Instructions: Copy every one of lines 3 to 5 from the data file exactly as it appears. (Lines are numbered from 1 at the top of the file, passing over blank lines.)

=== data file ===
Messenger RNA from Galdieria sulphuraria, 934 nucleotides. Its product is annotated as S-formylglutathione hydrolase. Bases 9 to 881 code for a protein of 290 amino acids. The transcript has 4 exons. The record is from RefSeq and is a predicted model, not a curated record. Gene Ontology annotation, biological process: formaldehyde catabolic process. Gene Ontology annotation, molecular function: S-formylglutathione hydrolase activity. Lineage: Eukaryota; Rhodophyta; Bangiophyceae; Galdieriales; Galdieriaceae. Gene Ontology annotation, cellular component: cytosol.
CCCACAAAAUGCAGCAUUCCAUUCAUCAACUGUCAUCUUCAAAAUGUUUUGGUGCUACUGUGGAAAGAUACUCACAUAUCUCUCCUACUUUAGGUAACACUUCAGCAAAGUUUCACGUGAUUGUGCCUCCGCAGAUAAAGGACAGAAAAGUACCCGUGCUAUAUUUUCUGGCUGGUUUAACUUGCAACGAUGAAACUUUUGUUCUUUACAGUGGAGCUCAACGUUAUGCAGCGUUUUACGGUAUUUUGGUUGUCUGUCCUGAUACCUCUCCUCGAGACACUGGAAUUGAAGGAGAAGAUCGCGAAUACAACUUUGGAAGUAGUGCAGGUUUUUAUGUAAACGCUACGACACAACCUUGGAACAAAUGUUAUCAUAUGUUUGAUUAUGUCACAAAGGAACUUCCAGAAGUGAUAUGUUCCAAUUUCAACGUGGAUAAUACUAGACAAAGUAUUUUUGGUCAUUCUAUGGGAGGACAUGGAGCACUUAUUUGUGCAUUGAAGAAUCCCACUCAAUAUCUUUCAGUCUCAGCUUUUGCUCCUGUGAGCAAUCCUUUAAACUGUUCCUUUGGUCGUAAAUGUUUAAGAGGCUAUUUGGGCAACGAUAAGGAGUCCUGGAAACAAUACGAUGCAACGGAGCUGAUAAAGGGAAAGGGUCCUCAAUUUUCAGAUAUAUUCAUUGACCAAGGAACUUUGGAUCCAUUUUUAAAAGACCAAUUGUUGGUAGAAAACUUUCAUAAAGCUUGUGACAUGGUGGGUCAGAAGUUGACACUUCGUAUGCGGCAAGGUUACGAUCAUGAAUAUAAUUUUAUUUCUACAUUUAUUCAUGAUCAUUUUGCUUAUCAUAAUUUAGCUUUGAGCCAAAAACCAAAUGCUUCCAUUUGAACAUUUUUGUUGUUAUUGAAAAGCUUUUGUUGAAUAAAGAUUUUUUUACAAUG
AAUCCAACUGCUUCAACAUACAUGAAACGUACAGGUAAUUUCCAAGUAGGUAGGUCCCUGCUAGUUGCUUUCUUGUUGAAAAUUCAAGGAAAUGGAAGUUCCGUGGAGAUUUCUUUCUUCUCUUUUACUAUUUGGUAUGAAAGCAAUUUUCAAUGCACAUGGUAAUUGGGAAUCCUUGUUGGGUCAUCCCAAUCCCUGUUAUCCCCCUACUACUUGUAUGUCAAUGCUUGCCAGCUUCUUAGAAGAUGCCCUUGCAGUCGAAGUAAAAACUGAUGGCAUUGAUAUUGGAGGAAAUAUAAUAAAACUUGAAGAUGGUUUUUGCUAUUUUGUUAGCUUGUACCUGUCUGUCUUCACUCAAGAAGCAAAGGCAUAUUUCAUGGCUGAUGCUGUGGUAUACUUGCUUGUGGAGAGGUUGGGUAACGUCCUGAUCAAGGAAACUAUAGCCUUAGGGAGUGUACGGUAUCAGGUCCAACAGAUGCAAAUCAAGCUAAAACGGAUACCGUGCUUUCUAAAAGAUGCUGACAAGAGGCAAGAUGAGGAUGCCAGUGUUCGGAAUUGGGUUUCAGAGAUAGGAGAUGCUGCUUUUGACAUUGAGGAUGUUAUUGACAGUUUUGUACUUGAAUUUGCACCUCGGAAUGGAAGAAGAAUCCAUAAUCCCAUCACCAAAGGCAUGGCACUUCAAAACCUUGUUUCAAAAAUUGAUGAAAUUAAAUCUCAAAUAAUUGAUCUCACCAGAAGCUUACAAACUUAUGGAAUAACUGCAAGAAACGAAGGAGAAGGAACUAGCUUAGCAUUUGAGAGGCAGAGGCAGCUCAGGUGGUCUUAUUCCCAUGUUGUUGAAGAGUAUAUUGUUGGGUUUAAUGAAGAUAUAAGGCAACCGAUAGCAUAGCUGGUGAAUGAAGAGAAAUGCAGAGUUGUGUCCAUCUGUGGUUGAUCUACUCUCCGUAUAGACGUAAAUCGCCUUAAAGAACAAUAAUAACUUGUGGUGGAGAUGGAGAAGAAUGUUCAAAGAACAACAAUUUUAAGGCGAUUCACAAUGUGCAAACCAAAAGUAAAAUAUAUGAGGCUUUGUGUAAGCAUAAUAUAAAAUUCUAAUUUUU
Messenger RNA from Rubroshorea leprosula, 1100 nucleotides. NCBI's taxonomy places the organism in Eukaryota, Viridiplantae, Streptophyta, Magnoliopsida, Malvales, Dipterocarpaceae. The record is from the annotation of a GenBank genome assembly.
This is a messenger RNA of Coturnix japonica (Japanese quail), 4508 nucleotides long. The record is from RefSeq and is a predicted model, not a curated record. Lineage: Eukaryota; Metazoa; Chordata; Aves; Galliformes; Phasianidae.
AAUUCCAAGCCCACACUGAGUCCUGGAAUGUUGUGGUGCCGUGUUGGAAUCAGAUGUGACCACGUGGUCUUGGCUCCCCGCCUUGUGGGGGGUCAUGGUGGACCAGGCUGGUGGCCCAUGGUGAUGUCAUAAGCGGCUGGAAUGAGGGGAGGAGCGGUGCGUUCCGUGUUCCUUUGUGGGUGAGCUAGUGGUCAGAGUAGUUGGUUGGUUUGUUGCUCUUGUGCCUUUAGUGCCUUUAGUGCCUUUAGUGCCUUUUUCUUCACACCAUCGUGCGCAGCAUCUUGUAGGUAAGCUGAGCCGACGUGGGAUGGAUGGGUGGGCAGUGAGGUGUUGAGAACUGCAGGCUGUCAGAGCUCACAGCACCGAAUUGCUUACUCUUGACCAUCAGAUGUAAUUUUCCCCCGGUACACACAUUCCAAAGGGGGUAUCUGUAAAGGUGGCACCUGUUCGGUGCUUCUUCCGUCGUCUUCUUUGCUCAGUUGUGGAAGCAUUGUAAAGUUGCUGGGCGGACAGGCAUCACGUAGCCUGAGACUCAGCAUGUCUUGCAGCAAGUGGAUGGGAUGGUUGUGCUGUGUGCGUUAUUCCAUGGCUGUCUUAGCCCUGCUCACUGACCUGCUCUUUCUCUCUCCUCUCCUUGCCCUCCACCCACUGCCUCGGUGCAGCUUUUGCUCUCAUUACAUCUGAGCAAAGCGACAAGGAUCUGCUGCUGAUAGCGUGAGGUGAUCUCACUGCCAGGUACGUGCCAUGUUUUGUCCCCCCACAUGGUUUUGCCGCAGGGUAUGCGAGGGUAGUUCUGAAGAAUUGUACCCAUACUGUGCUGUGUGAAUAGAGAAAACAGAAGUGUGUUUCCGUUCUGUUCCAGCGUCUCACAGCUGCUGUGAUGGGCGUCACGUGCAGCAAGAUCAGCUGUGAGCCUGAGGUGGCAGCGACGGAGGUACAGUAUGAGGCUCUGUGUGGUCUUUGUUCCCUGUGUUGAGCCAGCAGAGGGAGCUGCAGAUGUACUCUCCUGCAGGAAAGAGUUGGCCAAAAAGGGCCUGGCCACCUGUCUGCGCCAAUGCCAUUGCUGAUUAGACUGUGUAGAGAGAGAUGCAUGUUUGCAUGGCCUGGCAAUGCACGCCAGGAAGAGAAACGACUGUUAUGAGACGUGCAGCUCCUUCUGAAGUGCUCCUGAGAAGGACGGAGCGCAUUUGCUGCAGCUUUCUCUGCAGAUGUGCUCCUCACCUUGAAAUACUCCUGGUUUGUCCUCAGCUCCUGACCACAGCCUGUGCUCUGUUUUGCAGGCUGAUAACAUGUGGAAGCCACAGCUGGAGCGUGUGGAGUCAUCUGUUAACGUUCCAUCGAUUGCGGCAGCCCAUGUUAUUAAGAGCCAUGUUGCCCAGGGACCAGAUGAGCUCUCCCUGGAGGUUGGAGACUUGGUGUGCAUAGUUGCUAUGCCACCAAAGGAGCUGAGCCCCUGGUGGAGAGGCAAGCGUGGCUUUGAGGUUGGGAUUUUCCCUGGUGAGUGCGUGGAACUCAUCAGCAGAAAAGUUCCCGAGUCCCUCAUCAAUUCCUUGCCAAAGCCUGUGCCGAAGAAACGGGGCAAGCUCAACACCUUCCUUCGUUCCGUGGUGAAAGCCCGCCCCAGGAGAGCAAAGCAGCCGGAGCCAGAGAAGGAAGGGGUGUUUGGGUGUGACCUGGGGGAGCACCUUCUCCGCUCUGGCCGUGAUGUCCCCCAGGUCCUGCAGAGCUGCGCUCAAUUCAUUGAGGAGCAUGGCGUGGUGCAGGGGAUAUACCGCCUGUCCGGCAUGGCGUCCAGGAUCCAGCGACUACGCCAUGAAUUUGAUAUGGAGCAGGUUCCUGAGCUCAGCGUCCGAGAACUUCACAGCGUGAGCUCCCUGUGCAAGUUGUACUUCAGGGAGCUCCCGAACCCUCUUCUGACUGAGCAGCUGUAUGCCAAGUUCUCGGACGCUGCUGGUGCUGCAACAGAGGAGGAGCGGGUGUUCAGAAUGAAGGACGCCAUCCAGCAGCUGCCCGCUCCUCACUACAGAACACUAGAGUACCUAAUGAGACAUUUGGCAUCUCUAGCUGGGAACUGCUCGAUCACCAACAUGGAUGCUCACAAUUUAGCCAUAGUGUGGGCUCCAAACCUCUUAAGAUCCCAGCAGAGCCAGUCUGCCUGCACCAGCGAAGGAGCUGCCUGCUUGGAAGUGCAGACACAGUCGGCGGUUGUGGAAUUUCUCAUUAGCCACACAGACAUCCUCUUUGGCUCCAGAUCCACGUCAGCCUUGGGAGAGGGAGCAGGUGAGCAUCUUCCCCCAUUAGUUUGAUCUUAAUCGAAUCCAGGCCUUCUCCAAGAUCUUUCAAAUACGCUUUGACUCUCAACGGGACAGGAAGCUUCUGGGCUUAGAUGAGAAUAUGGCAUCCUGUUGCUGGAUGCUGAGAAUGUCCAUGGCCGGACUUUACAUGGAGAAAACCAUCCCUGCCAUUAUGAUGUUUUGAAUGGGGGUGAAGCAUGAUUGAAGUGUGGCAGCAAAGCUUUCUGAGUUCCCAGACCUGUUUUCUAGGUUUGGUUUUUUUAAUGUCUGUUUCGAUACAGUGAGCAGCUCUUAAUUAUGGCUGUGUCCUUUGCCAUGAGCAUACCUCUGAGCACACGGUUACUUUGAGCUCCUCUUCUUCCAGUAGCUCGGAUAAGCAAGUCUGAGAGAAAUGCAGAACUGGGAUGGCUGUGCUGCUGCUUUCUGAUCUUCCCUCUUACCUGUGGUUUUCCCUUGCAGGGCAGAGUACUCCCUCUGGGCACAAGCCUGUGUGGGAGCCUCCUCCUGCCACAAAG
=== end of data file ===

AAUCCAACUGCUUCAACAUACAUGAAACGUACAGGUAAUUUCCAAGUAGGUAGGUCCCUGCUAGUUGCUUUCUUGUUGAAAAUUCAAGGAAAUGGAAGUUCCGUGGAGAUUUCUUUCUUCUCUUUUACUAUUUGGUAUGAAAGCAAUUUUCAAUGCACAUGGUAAUUGGGAAUCCUUGUUGGGUCAUCCCAAUCCCUGUUAUCCCCCUACUACUUGUAUGUCAAUGCUUGCCAGCUUCUUAGAAGAUGCCCUUGCAGUCGAAGUAAAAACUGAUGGCAUUGAUAUUGGAGGAAAUAUAAUAAAACUUGAAGAUGGUUUUUGCUAUUUUGUUAGCUUGUACCUGUCUGUCUUCACUCAAGAAGCAAAGGCAUAUUUCAUGGCUGAUGCUGUGGUAUACUUGCUUGUGGAGAGGUUGGGUAACGUCCUGAUCAAGGAAACUAUAGCCUUAGGGAGUGUACGGUAUCAGGUCCAACAGAUGCAAAUCAAGCUAAAACGGAUACCGUGCUUUCUAAAAGAUGCUGACAAGAGGCAAGAUGAGGAUGCCAGUGUUCGGAAUUGGGUUUCAGAGAUAGGAGAUGCUGCUUUUGACAUUGAGGAUGUUAUUGACAGUUUUGUACUUGAAUUUGCACCUCGGAAUGGAAGAAGAAUCCAUAAUCCCAUCACCAAAGGCAUGGCACUUCAAAACCUUGUUUCAAAAAUUGAUGAAAUUAAAUCUCAAAUAAUUGAUCUCACCAGAAGCUUACAAACUUAUGGAAUAACUGCAAGAAACGAAGGAGAAGGAACUAGCUUAGCAUUUGAGAGGCAGAGGCAGCUCAGGUGGUCUUAUUCCCAUGUUGUUGAAGAGUAUAUUGUUGGGUUUAAUGAAGAUAUAAGGCAACCGAUAGCAUAGCUGGUGAAUGAAGAGAAAUGCAGAGUUGUGUCCAUCUGUGGUUGAUCUACUCUCCGUAUAGACGUAAAUCGCCUUAAAGAACAAUAAUAACUUGUGGUGGAGAUGGAGAAGAAUGUUCAAAGAACAACAAUUUUAAGGCGAUUCACAAUGUGCAAACCAAAAGUAAAAUAUAUGAGGCUUUGUGUAAGCAUAAUAUAAAAUUCUAAUUUUU
Messenger RNA from Rubroshorea leprosula, 1100 nucleotides. NCBI's taxonomy places the organism in Eukaryota, Viridiplantae, Streptophyta, Magnoliopsida, Malvales, Dipterocarpaceae. The record is from the annotation of a GenBank genome assembly.
This is a messenger RNA of Coturnix japonica (Japanese quail), 4508 nucleotides long. The record is from RefSeq and is a predicted model, not a curated record. Lineage: Eukaryota; Metazoa; Chordata; Aves; Galliformes; Phasianidae.